Creating real friendships between team members requires a degree of vulnerability that can be difficult to surface in a day-to-day conversation, and is particularly challenging over video calls.
Friendships between team members generally start with small talk and slowly grow in trust and closeness over time. When it happens naturally, this process can take a long time and requires a lot of interaction (the ratio of real conversation to small talk is very low).
According to psychologist Arthur Aron, who you might know from the popular NY Times article 36 Questions to Fall In Love, the key to forming close bonds is a gradual increase in mutual vulnerability (real conversations):
“One key pattern associated with the development of a close relationship among peers is sustained, escalating, reciprocal, personal self-disclosure.”
— Aurthor Aron, et. al. The Experimental Generation of Interpersonal Closeness
From a corporate team building perspective the point is this: creating bonds inside of your team will eventually require team members to show mutual vulnerability and have real conversations.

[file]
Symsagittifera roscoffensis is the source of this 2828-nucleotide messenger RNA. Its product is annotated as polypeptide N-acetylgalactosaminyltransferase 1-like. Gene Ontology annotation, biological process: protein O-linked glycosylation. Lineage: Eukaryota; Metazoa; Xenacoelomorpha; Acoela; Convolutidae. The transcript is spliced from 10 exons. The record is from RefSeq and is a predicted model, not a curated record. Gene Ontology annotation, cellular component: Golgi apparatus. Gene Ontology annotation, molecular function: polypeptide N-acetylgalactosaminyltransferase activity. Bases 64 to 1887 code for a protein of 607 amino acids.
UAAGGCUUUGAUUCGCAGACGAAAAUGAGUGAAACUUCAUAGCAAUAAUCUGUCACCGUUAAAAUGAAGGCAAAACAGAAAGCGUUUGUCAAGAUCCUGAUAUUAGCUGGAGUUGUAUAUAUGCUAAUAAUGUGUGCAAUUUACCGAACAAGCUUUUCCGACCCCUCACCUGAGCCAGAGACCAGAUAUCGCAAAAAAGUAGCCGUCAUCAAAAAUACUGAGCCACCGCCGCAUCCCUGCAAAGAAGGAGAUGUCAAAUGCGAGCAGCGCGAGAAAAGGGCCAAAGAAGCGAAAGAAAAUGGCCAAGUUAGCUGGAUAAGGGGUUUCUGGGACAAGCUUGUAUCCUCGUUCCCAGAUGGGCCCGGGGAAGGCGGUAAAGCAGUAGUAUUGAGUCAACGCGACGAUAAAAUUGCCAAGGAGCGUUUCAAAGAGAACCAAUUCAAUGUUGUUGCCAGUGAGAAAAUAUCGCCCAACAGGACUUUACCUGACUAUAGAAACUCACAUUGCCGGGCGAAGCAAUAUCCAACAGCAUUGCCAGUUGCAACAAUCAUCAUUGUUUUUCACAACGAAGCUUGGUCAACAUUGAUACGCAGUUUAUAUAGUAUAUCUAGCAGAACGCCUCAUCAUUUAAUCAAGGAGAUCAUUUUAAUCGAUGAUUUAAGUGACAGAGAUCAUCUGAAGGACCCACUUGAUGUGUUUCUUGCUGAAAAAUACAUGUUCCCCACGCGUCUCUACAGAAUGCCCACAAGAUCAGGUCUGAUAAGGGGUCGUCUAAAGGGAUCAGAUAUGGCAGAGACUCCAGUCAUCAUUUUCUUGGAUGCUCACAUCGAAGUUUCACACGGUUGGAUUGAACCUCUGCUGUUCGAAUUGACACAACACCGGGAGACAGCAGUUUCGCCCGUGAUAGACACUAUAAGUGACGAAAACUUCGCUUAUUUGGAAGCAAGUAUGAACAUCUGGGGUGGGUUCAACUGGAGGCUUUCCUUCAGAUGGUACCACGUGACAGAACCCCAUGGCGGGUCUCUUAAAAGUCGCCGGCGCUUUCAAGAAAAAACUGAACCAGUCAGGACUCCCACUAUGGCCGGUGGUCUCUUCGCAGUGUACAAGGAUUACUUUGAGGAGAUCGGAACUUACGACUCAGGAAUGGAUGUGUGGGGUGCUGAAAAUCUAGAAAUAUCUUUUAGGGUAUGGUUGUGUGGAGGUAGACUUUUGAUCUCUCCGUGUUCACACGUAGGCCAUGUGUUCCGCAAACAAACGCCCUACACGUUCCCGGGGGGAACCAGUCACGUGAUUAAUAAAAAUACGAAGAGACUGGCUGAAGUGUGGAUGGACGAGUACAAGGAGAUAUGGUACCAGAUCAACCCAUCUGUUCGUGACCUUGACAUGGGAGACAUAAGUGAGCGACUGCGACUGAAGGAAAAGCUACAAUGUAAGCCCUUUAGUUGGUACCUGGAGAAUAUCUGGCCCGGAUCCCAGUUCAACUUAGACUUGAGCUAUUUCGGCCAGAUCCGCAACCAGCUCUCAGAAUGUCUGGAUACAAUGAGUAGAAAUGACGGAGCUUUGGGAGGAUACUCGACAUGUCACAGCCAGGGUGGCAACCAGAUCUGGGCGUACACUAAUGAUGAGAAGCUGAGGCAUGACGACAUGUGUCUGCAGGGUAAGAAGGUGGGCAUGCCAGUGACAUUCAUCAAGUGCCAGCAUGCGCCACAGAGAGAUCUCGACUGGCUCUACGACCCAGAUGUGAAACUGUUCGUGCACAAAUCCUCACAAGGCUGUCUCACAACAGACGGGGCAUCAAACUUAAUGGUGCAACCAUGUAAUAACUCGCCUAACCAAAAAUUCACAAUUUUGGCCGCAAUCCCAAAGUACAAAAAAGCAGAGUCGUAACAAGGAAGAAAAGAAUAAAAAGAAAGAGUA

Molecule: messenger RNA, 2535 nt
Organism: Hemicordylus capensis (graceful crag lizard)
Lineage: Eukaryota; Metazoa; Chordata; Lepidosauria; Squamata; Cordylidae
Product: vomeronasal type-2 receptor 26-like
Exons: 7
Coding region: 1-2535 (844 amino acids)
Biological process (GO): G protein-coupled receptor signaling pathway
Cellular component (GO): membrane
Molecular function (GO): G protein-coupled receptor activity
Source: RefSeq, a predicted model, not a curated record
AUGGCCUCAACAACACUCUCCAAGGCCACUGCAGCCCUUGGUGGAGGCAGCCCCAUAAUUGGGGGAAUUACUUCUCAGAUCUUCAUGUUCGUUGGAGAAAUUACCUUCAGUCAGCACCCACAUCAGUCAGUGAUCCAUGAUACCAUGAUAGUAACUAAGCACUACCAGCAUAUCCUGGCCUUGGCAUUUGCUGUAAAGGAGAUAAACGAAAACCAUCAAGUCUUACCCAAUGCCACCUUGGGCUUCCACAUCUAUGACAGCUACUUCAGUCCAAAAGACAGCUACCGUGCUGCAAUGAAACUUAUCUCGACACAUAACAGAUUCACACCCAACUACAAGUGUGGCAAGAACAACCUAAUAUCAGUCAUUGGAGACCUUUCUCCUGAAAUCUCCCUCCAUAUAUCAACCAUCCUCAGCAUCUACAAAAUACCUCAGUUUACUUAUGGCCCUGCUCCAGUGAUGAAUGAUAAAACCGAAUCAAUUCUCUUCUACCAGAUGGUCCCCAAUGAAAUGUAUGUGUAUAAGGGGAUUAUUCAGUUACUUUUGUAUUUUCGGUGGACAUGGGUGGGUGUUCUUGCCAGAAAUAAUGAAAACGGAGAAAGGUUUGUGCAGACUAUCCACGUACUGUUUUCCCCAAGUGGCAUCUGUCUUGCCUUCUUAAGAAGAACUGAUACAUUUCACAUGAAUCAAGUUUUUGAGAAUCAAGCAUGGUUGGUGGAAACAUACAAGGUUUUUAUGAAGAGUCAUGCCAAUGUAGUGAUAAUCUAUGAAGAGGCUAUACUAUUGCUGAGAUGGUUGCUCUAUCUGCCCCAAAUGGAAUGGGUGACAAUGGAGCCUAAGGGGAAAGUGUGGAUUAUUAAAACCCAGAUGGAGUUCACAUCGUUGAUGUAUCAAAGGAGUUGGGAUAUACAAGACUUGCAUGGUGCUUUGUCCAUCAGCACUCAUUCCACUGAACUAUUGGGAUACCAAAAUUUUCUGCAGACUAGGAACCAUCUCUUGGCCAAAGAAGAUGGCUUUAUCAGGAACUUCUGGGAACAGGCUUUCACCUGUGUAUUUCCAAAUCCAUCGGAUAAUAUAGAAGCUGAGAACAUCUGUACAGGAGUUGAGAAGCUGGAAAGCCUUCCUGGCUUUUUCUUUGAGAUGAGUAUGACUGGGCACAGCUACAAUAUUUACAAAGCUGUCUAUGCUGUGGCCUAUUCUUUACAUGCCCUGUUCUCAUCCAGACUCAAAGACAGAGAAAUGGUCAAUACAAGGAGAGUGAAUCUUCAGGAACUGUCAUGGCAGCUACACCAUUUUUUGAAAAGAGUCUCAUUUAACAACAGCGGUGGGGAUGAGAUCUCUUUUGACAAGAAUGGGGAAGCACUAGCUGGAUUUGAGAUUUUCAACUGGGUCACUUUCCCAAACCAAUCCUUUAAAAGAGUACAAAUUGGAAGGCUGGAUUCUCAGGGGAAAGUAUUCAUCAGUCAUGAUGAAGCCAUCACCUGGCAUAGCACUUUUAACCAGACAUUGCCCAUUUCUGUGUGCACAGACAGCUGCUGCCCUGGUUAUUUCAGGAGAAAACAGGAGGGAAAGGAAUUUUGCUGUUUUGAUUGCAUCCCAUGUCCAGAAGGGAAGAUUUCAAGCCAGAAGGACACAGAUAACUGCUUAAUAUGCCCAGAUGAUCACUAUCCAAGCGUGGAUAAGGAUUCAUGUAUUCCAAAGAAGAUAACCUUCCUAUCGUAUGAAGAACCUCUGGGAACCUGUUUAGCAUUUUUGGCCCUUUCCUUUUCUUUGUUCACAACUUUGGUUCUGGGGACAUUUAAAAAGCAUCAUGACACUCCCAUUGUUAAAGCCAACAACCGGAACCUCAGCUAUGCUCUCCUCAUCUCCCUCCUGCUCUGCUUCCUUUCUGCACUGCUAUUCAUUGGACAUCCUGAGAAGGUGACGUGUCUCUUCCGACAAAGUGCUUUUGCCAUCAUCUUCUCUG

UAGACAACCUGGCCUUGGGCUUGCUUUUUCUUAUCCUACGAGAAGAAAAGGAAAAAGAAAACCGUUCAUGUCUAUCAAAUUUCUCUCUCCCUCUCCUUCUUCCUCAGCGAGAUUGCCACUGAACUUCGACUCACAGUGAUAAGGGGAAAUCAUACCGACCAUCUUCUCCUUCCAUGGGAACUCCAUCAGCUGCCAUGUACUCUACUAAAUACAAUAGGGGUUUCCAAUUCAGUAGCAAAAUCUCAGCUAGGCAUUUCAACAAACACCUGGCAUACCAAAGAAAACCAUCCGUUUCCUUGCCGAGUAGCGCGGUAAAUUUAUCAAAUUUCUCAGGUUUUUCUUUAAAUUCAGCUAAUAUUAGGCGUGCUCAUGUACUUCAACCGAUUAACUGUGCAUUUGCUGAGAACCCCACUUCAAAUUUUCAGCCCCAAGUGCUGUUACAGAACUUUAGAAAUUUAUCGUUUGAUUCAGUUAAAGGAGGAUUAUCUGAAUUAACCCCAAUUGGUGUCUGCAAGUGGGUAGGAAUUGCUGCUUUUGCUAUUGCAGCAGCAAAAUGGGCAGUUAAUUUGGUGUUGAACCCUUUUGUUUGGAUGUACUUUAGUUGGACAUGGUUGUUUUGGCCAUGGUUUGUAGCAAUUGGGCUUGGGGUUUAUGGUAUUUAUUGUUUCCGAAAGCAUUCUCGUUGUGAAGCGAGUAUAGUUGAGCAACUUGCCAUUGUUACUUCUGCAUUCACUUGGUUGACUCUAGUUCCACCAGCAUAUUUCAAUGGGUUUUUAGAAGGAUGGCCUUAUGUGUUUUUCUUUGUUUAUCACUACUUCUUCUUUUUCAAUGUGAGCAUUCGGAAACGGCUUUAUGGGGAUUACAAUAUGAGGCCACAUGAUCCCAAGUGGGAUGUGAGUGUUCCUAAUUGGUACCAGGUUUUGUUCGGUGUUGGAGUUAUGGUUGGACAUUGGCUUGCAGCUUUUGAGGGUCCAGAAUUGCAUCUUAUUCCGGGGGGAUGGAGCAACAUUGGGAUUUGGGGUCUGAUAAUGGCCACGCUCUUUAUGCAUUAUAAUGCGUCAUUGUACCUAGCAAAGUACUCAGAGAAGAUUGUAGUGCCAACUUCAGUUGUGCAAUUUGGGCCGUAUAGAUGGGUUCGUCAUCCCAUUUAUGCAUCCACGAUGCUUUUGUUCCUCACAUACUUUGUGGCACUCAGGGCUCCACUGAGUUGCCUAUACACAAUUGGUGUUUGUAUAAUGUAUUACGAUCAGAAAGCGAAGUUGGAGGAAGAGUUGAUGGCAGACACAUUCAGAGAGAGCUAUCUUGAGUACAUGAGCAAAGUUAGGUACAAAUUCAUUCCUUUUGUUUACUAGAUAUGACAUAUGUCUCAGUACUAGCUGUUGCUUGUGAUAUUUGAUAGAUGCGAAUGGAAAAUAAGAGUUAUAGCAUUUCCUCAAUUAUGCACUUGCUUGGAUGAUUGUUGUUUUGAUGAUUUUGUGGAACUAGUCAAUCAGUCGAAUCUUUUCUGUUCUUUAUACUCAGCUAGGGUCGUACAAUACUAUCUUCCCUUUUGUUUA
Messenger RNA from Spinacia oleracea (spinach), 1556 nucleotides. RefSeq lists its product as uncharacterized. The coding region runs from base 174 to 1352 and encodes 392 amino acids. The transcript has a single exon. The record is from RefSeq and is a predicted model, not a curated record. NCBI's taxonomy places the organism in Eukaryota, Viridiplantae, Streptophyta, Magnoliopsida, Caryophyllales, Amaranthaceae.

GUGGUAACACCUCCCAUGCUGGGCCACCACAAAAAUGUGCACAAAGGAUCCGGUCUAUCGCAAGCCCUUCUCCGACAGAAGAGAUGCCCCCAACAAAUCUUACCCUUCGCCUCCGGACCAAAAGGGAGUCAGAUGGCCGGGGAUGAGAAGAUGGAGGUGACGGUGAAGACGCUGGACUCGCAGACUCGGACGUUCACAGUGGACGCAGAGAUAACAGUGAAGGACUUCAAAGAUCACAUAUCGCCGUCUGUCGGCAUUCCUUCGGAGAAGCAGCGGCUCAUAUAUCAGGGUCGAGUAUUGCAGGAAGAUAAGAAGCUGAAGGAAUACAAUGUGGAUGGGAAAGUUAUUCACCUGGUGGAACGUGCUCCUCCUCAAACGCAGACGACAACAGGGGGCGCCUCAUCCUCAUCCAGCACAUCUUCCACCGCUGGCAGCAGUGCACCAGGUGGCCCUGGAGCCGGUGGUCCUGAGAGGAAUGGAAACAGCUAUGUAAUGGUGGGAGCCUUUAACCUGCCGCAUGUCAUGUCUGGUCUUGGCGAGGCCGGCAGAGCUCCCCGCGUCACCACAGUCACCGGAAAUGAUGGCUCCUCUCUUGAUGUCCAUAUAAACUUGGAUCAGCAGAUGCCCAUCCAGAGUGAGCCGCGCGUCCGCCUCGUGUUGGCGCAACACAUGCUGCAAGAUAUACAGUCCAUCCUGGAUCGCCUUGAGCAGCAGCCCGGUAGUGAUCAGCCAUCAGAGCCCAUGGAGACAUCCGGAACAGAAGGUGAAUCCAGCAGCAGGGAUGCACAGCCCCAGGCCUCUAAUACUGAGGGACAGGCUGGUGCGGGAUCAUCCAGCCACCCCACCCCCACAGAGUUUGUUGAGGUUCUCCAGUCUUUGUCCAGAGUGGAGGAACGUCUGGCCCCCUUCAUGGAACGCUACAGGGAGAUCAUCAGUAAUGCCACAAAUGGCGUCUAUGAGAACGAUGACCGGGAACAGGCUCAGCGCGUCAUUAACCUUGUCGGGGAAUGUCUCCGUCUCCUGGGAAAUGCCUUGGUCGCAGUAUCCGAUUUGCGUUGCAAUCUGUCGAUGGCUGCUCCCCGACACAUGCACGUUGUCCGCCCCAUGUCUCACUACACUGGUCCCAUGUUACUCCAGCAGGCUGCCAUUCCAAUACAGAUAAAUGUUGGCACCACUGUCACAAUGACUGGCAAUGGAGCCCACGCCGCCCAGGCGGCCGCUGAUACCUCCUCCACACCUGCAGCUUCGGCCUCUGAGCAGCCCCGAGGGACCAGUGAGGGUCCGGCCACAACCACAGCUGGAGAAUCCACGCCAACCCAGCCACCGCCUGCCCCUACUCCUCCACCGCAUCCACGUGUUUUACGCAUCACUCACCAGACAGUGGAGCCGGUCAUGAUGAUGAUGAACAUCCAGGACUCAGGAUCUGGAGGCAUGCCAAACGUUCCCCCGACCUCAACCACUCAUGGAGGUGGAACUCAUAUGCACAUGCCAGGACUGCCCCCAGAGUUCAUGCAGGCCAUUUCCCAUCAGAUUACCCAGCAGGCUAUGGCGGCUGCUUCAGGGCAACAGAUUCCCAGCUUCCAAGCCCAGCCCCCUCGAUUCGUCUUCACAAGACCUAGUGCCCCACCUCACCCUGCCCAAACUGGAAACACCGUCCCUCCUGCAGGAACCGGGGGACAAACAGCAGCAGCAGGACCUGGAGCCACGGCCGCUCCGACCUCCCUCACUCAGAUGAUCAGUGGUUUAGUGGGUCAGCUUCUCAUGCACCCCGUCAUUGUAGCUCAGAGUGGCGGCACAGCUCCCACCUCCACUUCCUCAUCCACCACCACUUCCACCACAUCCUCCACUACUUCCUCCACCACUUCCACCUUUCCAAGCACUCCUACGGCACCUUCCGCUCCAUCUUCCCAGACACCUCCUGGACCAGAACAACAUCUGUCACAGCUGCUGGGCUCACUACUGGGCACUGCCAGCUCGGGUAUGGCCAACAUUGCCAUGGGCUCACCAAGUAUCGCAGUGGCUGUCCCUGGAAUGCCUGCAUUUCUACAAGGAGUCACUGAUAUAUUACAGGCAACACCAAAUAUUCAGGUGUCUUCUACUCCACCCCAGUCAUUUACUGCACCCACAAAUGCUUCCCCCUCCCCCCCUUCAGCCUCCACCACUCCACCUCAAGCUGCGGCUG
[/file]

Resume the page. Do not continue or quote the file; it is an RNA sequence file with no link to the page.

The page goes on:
At a company office there is an enormous volume of interactions and all of this happens organically, but we don't have that luxury when working virtually. To be most effective at team building online requires a very intentional approach that prioritizes real conversation and self-disclosure.
Games can add exactly this structure to conversations (as mentioned above) and the games themselves can be specifically designed to foster self-disclosure and real conversation in an approachable and fun environment.
Interpersonal communication typically uses an incredible amount of information bandwidth: we instinctively monitor body movements, miniscule sound inflections, facial micro-expressions, proxemics, and much more in instantaneous real time.
Trying to have a conversation over video chat, on the other hand, leads to a near complete breakdown of nonverbal cues and a substantial degradation of verbal communication. Experts have roundly agreed that Zoom fatigue is both real and costly, and many of them agree that the root cause is related to latency, bandwidth, and the breakdown of natural information transfer between parties (e.g. eye contact).
“For somebody who’s really dependent on non-verbal cues, it can be a big drain not to have them,”
— Andrew Franklin, assistant Professor of Cyberpsychology at Norfolk State University